BOWLING GREEN, Ky. — John Harnage, founder of the Kentucky Thermal Institute, like many other small busy owners, worried about the fallout his business would suffer because of the coronavirus. However, receiving personal protective equipment (PPE) and a small business loan, Harnage didn’t worry for long. Originally specializing in thermal imaging to find issues with electrical wiring, energy use, and insulation, he began thinking of ways he could use thermal technology to profit in a time where thermal body heat was a key identifier of health.
In March, Harnage started outlining how his body temperature system could be used by the military, in malls, airports, schools, and other areas. He also started the process of securing the parts he would need for the project.
“This is going to be one more layer of security where you’ve had your temperature checked and at least you know the person sitting next to you because those seats can get a little tight, that they don’t have a fever,” says Harnage.
The elevated body temperature system would use video and thermal recognition that could track the body heat of one or more people. Harnage recently received updated research and information from the FDA and feels they’re on the right track.
“The FDA is starting to push things forward, they’re doing their research, they’re releasing documents that are supporting absolutely everything we’ve been telling our clients,” says Harnage.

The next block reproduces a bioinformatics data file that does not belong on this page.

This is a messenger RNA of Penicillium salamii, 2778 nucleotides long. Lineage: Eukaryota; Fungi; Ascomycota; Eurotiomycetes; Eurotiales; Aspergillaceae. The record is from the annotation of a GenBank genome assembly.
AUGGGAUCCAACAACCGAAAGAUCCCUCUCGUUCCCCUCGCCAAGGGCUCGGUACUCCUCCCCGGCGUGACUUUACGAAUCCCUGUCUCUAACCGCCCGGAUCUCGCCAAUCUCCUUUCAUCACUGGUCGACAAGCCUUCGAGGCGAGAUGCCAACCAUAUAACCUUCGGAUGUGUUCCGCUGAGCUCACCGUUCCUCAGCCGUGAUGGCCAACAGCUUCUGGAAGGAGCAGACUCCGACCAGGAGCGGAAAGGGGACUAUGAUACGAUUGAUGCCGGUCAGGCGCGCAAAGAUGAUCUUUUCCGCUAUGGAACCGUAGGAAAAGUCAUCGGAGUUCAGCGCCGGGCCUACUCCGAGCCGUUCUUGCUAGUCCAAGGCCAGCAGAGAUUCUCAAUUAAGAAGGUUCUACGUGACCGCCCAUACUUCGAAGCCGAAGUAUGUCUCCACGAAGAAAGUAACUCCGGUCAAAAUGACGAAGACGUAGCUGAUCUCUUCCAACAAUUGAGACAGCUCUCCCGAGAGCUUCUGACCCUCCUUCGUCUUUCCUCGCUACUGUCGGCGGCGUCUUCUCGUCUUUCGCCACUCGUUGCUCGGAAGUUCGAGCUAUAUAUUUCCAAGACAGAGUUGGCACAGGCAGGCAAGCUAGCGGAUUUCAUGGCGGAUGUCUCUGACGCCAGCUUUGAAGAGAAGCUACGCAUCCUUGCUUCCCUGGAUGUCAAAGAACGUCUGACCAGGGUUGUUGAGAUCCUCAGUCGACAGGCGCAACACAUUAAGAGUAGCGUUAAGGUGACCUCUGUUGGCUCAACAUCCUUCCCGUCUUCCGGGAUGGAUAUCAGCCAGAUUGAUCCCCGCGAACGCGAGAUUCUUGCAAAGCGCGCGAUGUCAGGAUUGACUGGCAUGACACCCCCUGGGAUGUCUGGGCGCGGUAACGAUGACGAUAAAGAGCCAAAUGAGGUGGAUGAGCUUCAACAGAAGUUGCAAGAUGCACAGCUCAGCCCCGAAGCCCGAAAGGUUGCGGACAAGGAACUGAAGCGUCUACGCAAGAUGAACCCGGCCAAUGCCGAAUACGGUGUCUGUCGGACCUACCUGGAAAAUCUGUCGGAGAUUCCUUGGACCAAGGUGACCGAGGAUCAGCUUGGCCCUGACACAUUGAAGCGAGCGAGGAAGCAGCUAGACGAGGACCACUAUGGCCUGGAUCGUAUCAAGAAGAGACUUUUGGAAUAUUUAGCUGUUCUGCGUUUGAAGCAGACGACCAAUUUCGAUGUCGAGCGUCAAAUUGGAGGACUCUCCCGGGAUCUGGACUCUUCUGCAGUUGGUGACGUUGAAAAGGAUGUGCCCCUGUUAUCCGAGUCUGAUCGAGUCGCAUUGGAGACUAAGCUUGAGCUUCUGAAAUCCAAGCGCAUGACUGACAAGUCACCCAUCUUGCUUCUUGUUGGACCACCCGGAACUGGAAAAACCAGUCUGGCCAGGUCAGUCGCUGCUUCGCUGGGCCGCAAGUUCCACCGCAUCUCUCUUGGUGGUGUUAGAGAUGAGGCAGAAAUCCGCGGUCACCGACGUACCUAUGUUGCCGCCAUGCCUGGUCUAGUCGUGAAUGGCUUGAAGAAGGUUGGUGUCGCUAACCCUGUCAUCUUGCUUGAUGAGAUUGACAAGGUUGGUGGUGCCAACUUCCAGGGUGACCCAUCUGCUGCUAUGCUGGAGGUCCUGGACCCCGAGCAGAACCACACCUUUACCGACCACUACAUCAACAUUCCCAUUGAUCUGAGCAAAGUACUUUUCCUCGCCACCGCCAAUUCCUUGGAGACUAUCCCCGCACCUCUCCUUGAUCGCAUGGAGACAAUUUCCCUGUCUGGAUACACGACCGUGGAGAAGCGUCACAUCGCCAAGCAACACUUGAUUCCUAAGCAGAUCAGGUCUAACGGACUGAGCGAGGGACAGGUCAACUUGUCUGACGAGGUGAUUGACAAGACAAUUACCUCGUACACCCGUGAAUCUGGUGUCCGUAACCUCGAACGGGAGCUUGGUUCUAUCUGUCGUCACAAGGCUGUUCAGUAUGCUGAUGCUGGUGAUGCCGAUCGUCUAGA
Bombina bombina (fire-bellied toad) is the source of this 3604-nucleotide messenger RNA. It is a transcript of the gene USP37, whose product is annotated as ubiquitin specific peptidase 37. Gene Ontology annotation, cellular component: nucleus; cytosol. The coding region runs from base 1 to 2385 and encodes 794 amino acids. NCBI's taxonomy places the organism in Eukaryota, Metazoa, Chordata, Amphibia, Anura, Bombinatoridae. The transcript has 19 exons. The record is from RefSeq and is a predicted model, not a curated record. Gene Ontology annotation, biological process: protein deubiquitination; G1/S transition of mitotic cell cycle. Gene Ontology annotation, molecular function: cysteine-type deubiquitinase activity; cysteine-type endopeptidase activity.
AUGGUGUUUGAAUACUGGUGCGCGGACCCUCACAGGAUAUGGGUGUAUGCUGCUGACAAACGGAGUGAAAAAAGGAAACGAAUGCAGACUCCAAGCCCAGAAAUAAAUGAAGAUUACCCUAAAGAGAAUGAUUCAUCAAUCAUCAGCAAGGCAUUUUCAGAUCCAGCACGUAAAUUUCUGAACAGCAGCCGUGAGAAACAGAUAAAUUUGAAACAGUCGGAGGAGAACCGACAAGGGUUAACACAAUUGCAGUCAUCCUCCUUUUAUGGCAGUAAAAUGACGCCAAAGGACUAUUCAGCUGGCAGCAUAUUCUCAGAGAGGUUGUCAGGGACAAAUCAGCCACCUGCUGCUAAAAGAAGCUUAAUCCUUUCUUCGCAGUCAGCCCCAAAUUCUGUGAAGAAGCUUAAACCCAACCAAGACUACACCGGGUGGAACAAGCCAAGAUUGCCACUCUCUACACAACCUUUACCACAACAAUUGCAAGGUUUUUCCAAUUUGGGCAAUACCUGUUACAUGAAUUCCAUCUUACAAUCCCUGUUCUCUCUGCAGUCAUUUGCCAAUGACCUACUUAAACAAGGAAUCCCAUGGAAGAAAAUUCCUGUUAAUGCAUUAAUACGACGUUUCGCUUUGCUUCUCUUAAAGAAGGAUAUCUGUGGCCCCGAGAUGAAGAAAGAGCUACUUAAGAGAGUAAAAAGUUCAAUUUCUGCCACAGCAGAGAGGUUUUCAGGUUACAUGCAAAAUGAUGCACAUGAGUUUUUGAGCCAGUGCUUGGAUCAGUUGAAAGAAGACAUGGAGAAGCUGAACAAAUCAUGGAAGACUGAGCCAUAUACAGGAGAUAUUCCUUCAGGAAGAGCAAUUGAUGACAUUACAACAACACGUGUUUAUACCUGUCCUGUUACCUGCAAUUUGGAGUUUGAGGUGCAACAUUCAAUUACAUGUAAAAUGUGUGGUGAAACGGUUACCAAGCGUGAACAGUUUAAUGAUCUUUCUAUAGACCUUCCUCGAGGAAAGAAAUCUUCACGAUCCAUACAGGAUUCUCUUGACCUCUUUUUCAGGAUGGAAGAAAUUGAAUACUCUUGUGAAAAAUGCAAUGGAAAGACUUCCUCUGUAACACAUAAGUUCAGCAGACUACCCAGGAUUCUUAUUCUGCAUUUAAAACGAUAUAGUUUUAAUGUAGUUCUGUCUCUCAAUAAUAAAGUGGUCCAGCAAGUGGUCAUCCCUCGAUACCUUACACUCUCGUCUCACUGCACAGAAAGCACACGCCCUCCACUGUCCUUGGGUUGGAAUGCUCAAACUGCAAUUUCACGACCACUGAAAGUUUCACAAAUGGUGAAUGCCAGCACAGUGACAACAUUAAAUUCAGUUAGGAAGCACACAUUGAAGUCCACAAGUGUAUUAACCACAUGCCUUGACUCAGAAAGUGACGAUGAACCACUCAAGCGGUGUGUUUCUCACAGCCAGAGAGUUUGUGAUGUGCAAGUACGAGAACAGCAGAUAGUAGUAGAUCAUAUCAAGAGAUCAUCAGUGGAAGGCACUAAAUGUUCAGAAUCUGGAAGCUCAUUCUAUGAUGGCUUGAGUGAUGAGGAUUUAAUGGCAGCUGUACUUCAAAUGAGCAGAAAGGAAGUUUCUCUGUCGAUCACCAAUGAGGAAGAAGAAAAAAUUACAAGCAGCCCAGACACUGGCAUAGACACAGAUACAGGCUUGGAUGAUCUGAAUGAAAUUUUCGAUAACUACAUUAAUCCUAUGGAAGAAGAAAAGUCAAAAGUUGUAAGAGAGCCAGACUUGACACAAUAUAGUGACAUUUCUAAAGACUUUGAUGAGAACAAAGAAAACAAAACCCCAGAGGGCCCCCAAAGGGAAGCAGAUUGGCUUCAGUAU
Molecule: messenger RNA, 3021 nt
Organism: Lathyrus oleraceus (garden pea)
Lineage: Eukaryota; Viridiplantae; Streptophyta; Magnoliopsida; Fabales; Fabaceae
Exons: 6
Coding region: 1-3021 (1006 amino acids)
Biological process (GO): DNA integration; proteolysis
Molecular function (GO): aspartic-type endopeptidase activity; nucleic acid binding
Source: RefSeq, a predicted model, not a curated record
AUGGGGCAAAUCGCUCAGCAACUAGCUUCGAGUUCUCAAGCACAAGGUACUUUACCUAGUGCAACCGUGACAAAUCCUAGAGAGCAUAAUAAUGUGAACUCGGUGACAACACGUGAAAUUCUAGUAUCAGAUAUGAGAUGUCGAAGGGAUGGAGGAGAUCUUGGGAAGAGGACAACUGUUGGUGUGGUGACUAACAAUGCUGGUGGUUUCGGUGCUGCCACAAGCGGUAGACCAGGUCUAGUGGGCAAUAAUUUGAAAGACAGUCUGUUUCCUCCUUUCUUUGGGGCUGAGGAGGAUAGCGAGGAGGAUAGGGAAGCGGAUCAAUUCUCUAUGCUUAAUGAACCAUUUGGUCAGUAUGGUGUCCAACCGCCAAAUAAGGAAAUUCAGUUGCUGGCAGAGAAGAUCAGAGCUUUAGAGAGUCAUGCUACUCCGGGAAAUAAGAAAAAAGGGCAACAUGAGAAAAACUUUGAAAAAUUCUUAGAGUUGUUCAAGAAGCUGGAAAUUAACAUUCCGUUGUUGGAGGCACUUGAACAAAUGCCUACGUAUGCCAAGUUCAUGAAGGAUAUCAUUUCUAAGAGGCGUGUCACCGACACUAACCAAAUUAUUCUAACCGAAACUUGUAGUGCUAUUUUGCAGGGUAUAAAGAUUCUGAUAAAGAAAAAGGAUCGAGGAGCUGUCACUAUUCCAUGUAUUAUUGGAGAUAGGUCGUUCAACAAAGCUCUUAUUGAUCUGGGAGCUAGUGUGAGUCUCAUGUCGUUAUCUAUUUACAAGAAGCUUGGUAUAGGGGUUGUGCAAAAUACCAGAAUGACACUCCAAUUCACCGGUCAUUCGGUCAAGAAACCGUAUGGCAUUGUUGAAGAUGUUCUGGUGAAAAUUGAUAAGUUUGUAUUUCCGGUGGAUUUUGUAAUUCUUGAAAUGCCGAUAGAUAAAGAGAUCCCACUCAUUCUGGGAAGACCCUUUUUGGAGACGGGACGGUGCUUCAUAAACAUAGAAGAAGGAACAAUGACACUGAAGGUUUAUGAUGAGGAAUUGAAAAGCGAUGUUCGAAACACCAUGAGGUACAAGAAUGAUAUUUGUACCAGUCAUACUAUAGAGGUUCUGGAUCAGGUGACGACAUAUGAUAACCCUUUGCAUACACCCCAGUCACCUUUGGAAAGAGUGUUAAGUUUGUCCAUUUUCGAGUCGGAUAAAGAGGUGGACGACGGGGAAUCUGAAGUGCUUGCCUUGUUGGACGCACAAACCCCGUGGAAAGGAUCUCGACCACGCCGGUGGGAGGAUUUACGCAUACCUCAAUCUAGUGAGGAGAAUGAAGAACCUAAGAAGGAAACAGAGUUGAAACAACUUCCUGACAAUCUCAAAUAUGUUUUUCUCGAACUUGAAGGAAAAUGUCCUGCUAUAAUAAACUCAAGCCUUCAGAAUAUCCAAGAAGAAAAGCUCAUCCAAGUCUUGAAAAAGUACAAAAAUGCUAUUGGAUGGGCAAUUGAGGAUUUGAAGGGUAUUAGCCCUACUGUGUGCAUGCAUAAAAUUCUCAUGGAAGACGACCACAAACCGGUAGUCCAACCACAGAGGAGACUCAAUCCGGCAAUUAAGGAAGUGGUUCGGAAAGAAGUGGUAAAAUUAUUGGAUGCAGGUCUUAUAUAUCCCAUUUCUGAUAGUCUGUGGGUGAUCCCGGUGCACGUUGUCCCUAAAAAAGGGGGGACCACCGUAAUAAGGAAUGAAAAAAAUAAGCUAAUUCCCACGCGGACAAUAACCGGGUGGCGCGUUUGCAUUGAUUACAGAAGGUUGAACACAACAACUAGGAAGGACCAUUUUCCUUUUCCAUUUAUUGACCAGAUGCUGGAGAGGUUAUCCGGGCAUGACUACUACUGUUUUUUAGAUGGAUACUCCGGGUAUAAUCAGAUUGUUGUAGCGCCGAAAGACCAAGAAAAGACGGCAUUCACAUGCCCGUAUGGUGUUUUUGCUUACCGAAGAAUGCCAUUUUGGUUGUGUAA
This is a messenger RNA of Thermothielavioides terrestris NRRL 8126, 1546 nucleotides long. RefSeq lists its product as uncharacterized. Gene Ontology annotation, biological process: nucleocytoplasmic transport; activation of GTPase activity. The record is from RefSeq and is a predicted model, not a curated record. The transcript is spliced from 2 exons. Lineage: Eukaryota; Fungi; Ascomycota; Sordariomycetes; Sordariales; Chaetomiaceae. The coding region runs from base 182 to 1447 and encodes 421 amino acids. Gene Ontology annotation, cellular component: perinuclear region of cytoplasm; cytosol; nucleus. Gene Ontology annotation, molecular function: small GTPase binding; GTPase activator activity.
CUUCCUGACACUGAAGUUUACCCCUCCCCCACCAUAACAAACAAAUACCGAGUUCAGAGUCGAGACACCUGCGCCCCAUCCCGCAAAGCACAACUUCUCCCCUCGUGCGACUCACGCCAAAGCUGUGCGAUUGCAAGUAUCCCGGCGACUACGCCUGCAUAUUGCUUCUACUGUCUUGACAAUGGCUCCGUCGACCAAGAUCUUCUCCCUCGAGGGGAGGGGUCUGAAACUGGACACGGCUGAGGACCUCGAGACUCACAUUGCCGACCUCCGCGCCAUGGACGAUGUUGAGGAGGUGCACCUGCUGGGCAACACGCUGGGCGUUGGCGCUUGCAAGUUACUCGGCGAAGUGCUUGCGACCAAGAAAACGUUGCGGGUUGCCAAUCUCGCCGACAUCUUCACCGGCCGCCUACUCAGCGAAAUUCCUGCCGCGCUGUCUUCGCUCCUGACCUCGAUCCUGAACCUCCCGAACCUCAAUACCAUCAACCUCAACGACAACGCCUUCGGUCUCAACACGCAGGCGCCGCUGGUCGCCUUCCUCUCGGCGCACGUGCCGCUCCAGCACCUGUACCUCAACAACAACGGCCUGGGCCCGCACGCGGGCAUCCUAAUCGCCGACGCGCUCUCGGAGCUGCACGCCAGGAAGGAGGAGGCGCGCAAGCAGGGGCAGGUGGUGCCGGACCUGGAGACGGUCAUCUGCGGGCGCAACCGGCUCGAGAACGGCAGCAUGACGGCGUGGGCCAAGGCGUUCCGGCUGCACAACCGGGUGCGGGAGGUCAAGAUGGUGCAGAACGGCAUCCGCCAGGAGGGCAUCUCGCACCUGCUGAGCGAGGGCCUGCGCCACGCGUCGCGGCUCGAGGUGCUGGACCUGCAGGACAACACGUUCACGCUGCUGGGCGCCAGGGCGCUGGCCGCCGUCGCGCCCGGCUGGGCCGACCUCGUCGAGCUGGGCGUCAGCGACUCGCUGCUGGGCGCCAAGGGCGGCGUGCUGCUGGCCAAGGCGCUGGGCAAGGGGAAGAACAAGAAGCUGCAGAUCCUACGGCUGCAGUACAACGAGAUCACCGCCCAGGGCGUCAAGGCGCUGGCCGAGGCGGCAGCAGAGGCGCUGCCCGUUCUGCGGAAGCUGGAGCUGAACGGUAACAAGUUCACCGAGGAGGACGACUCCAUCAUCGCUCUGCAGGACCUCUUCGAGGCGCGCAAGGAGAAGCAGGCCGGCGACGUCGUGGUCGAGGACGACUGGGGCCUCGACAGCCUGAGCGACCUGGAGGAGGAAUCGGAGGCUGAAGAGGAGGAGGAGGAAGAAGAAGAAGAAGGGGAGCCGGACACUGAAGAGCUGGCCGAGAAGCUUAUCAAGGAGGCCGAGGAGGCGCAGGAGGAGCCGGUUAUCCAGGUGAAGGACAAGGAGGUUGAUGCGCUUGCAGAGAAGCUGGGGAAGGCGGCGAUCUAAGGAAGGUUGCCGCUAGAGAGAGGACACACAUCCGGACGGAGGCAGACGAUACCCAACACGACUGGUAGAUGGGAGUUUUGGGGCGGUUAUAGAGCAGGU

The launch of the elevated body temperature system will also come with an education course through Western Kentucky University. Almost anyone from security guards to nurses can choose to go through the three levels of certification to use, police, and engage with the technology.
“This type of training is something that can literally anyone around the world will want to take or could take. So even if you’re operating this system as a security guard in France, there’d be an opportunity for you to take an online certificate course from an American university,” says Harnage.
The Kentucky Thermal Institute will hold a demonstration in June showcasing how the elevated body temperature system could work for both big and small businesses.